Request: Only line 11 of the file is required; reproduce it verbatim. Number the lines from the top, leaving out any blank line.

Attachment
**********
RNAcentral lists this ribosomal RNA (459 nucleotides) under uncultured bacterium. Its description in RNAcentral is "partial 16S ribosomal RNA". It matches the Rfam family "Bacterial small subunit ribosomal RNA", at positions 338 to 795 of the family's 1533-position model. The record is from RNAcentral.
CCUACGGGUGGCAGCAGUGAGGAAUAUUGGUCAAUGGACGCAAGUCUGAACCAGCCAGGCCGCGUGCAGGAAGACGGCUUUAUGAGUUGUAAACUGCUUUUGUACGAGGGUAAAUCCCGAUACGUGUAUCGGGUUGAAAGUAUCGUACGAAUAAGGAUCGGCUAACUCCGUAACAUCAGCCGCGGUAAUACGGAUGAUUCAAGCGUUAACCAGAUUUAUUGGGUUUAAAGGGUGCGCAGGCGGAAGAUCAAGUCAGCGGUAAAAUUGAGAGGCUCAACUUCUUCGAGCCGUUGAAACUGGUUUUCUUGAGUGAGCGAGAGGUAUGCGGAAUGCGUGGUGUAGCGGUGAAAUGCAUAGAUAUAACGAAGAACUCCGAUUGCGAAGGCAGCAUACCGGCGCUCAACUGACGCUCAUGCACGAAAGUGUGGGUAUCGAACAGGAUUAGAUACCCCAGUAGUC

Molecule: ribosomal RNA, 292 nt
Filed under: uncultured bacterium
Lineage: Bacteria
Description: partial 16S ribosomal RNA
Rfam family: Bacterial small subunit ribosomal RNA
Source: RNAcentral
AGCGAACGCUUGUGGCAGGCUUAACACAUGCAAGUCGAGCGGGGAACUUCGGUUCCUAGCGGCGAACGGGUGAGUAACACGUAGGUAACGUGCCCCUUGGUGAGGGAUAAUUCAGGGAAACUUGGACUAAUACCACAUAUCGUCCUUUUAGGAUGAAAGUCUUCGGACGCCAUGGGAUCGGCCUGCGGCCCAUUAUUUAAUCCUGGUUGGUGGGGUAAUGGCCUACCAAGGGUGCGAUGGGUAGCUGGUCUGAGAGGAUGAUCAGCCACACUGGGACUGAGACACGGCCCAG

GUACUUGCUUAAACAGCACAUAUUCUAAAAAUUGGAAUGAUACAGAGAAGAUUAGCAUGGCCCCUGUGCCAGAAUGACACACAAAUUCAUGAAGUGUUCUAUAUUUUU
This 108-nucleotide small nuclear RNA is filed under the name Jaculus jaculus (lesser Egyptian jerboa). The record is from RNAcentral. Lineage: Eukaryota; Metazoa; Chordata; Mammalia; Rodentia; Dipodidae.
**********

This 108-nucleotide small nuclear RNA is filed under the name Jaculus jaculus (lesser Egyptian jerboa). The record is from RNAcentral. Lineage: Eukaryota; Metazoa; Chordata; Mammalia; Rodentia; Dipodidae.